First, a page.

Continued Emphasis on Motions to Amend

The Patent Office continues to promote motions to amend as a viable strategy for patent owners, pointing to its guidance on Aqua Products,3 the recent Federal Circuit case that burdened petitioners with proving a proposed amended claim is unpatentable, and its “informative” Western Digital order4 providing further procedural guidance to patent owners. The Patent Office also recently released statistics showing that these changes are having an effect: more motions to amend have been filed in the first half of FY 2018 than in all of FY 2017.5

The Update also gives petitioners a sur-reply, which is the last word and effectively a reply in support of the petitioners’ opposition brief: 

While petitioners will welcome the sur-reply to help carry their burden of demonstrating the unpatentability of the amended claims, the above diagram shows that a patent owner’s motion to amend effectively triggers a mini-IPR inside of the IPR. A petitioner has only three months to find prior art and prepare a complete case with supporting expert testimony for this mini-IPR.

A petitioner must do so while preparing its reply supporting its challenge to the issued claims, which includes cross-examining the opposing expert and submitting supplemental expert testimony of its own, all while ensuring that its IPR remains consistent with its defensive positions in district court. Petitioners will need experienced counsel with significant resources at hand to meet this challenge should it arise.

Conversely, a patent owner will have only one month to prepare its sur-reply in support of its issued claims and its reply in support of its amended claims. Among other tasks, a patent owner will need to take the crucial final cross-examination discussed above while preparing a supplemental expert declaration to accompany its reply in support of its motion to amend. And similar to the petitioner, a patent owner must always keep its entire IPR harmonized with its infringement case in court.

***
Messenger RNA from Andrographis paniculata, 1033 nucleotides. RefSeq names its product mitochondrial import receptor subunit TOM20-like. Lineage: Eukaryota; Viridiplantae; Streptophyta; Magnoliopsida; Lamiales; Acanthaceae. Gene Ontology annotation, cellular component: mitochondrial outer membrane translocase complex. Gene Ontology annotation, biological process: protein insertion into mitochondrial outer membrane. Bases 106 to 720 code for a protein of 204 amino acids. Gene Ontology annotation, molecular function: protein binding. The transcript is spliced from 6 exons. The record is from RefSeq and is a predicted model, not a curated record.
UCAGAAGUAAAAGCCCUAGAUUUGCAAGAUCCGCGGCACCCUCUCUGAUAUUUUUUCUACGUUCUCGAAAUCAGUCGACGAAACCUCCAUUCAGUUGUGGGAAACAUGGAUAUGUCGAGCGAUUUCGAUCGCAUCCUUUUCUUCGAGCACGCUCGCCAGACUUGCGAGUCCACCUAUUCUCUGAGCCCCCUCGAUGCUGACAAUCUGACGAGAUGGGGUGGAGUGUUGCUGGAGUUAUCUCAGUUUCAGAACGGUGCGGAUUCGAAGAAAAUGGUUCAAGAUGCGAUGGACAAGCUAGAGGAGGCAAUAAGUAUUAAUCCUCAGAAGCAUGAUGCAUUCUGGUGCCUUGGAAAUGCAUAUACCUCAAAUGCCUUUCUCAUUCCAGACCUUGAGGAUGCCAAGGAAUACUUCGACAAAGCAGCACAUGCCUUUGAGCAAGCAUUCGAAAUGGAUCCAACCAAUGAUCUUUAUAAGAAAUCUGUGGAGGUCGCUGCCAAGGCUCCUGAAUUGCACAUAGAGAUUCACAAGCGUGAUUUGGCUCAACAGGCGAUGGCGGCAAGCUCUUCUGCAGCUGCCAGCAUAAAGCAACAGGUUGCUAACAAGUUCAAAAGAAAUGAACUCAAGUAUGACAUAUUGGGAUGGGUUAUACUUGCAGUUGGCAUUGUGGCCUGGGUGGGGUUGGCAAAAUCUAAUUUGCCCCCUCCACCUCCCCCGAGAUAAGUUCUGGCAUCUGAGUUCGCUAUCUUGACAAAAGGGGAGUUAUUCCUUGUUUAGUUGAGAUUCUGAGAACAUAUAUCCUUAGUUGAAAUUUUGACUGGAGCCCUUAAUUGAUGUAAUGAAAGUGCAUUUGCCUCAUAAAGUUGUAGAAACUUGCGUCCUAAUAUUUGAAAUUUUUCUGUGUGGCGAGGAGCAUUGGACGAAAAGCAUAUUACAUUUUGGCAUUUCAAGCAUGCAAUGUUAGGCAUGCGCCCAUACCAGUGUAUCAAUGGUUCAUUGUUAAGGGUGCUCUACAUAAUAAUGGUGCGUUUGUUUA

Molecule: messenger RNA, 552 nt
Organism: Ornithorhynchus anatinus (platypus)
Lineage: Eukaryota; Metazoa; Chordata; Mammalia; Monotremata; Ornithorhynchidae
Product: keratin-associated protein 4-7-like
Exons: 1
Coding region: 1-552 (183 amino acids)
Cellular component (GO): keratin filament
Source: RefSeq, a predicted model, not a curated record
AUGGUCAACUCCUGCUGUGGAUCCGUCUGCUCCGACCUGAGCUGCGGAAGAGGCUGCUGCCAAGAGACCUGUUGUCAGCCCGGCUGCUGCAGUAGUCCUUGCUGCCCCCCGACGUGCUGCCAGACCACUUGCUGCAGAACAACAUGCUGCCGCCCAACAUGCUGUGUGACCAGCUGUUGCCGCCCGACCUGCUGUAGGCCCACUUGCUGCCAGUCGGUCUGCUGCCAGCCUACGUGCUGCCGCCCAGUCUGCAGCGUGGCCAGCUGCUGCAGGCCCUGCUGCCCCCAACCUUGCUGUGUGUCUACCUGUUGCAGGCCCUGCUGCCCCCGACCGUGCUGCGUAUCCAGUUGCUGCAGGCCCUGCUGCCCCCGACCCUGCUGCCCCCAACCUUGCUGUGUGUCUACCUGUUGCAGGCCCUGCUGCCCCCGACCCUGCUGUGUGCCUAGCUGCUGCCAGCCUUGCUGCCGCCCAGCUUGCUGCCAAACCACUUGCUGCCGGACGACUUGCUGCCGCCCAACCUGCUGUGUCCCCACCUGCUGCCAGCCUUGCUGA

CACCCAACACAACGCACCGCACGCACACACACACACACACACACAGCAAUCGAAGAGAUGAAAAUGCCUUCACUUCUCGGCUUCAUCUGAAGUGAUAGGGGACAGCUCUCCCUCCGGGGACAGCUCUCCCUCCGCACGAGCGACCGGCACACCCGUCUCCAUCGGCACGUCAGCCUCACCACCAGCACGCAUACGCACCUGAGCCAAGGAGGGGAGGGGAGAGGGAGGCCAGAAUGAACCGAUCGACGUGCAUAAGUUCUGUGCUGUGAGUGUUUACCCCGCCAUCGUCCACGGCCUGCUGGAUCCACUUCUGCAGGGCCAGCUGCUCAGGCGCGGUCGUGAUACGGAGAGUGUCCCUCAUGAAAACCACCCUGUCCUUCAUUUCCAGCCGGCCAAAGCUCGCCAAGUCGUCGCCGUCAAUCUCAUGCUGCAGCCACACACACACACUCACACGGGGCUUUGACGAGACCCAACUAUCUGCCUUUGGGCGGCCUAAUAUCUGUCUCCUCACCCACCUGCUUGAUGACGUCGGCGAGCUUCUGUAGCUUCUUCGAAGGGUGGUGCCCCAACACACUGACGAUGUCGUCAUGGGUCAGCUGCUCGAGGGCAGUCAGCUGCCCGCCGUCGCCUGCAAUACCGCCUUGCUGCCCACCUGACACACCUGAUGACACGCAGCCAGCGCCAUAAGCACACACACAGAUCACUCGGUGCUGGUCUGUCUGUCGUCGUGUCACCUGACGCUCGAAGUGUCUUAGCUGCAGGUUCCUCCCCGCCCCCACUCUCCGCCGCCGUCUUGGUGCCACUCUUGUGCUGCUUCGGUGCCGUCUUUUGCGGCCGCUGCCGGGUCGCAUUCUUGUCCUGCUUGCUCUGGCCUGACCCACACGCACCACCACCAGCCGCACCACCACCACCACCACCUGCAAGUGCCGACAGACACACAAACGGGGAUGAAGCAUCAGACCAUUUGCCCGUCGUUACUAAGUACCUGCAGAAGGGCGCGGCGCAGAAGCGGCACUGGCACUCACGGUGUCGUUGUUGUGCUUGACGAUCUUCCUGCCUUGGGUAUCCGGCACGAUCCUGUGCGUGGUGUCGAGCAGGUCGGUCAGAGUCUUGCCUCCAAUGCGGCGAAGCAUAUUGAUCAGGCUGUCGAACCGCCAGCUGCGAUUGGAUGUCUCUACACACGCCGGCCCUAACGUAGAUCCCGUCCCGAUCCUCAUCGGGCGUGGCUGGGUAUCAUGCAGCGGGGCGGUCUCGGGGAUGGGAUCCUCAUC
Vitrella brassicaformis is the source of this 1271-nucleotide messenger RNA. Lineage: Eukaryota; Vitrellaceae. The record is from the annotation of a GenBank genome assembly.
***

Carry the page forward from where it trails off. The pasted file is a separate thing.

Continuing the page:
Changes to Oral Argument

The Update provided various changes to the oral hearing. First, patent owners may receive a sur-rebuttal corresponding to the aforementioned sur-reply, giving them the last word on the issued claims. Petitioners will need to remove the opportunity for an effective sur-rebuttal by “pre-butting” key points beforehand.

Also, parties may now request a pre-hearing conference shortly before oral argument to seek an early ruling on any critical evidentiary issues and to obtain the PTAB’s guidance as to the particular issues the panel would like the parties to address..

The Update also focuses on live testimony, stating that “the Office will permit live testimony … where the panel believes [it] will be helpful” because the demeanor of the witness is critical. The PTAB has typically denied nearly all such requests in the past,6 but if the Update’s extended focus on live testimony signals a change, PTAB counsel’s litigation skills will become even more important.

Conclusion

As Latham & Watkins highlighted in its May 11, 2018 Client Alert, “SAS Institute Follow-Up: New PTAB Procedures and Strategies,” the PTAB is evolving at a rate that has not been seen since IPRs first took effect. This period of rapid change requires daily diligence to keep abreast of new developments. Furthermore, these changes are increasing the importance of counsel’s litigation skills. Petitioner/defendants and patent owner/plaintiffs both need a well-coordinated strategy taking into account the whole case — including the district court litigation, the new dynamic at the PTAB, and the inevitable appeals to the Federal Circuit.